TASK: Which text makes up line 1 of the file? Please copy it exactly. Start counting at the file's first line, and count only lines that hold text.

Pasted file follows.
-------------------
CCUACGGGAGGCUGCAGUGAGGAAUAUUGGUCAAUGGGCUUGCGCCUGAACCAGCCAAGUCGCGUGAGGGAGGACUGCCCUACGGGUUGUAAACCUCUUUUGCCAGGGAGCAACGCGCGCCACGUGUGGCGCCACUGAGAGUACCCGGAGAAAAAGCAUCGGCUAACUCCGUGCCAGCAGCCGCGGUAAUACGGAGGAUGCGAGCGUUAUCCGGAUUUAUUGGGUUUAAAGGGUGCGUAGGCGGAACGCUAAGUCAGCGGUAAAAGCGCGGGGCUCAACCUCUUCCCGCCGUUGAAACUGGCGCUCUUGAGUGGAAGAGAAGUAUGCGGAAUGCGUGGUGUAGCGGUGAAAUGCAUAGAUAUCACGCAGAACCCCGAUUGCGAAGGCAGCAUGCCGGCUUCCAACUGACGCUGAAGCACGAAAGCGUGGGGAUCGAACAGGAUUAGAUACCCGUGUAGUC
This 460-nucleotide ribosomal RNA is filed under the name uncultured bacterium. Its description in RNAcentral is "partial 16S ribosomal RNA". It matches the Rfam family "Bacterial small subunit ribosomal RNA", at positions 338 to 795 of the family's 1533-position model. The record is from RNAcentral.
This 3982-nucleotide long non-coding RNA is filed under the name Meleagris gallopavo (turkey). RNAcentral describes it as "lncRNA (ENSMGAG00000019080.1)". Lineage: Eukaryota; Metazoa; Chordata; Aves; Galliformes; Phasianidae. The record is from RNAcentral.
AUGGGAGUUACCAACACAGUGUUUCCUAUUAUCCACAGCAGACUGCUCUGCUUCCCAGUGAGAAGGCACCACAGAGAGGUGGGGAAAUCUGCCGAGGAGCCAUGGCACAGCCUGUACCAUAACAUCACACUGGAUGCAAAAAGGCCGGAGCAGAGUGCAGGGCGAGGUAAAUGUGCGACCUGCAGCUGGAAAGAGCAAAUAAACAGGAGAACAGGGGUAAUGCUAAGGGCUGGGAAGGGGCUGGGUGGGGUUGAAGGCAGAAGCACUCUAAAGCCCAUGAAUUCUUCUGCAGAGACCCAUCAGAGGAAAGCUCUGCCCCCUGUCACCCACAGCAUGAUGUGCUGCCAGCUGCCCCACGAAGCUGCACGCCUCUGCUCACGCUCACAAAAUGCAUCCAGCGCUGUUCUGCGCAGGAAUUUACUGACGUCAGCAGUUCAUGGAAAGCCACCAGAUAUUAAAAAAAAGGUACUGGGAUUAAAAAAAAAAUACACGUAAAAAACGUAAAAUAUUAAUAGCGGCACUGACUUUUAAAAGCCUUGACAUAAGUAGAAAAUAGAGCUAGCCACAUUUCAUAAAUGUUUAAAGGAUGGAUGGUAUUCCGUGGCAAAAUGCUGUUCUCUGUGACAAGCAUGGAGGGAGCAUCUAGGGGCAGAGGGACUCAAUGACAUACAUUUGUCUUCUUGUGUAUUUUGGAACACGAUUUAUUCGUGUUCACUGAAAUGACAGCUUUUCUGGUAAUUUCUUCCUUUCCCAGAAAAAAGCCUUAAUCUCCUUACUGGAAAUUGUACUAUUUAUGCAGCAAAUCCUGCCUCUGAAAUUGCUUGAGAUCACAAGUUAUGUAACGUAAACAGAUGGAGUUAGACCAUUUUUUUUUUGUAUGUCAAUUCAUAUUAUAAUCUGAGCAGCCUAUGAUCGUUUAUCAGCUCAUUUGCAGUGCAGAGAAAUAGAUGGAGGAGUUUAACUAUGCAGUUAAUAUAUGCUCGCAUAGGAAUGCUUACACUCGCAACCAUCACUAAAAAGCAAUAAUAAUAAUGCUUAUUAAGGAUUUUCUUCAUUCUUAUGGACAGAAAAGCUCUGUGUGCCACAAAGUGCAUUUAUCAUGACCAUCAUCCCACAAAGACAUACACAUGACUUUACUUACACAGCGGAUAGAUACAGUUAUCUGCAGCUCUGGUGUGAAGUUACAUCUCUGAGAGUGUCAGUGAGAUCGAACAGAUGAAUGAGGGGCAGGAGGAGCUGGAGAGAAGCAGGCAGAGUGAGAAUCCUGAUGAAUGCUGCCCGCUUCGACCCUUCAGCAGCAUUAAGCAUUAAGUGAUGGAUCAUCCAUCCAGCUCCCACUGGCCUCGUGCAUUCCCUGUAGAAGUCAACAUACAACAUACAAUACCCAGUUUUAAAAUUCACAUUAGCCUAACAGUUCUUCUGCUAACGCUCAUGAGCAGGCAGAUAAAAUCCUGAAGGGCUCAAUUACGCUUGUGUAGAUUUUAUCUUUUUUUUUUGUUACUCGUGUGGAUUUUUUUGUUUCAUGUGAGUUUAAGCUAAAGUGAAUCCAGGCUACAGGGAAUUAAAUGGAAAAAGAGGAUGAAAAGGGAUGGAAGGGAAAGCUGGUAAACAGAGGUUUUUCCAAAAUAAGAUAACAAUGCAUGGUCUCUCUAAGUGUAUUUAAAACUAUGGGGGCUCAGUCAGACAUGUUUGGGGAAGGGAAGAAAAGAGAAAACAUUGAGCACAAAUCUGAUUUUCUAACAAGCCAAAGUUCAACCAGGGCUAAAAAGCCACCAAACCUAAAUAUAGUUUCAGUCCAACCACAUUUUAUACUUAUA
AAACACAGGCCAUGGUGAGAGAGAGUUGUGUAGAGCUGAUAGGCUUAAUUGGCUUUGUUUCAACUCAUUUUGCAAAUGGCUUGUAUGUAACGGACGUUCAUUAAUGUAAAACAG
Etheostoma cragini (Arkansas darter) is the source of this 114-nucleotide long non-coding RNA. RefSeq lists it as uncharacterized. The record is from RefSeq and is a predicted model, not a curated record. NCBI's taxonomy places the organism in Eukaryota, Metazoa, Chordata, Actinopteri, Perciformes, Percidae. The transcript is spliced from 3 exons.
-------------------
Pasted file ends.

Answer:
CCUACGGGAGGCUGCAGUGAGGAAUAUUGGUCAAUGGGCUUGCGCCUGAACCAGCCAAGUCGCGUGAGGGAGGACUGCCCUACGGGUUGUAAACCUCUUUUGCCAGGGAGCAACGCGCGCCACGUGUGGCGCCACUGAGAGUACCCGGAGAAAAAGCAUCGGCUAACUCCGUGCCAGCAGCCGCGGUAAUACGGAGGAUGCGAGCGUUAUCCGGAUUUAUUGGGUUUAAAGGGUGCGUAGGCGGAACGCUAAGUCAGCGGUAAAAGCGCGGGGCUCAACCUCUUCCCGCCGUUGAAACUGGCGCUCUUGAGUGGAAGAGAAGUAUGCGGAAUGCGUGGUGUAGCGGUGAAAUGCAUAGAUAUCACGCAGAACCCCGAUUGCGAAGGCAGCAUGCCGGCUUCCAACUGACGCUGAAGCACGAAAGCGUGGGGAUCGAACAGGAUUAGAUACCCGUGUAGUC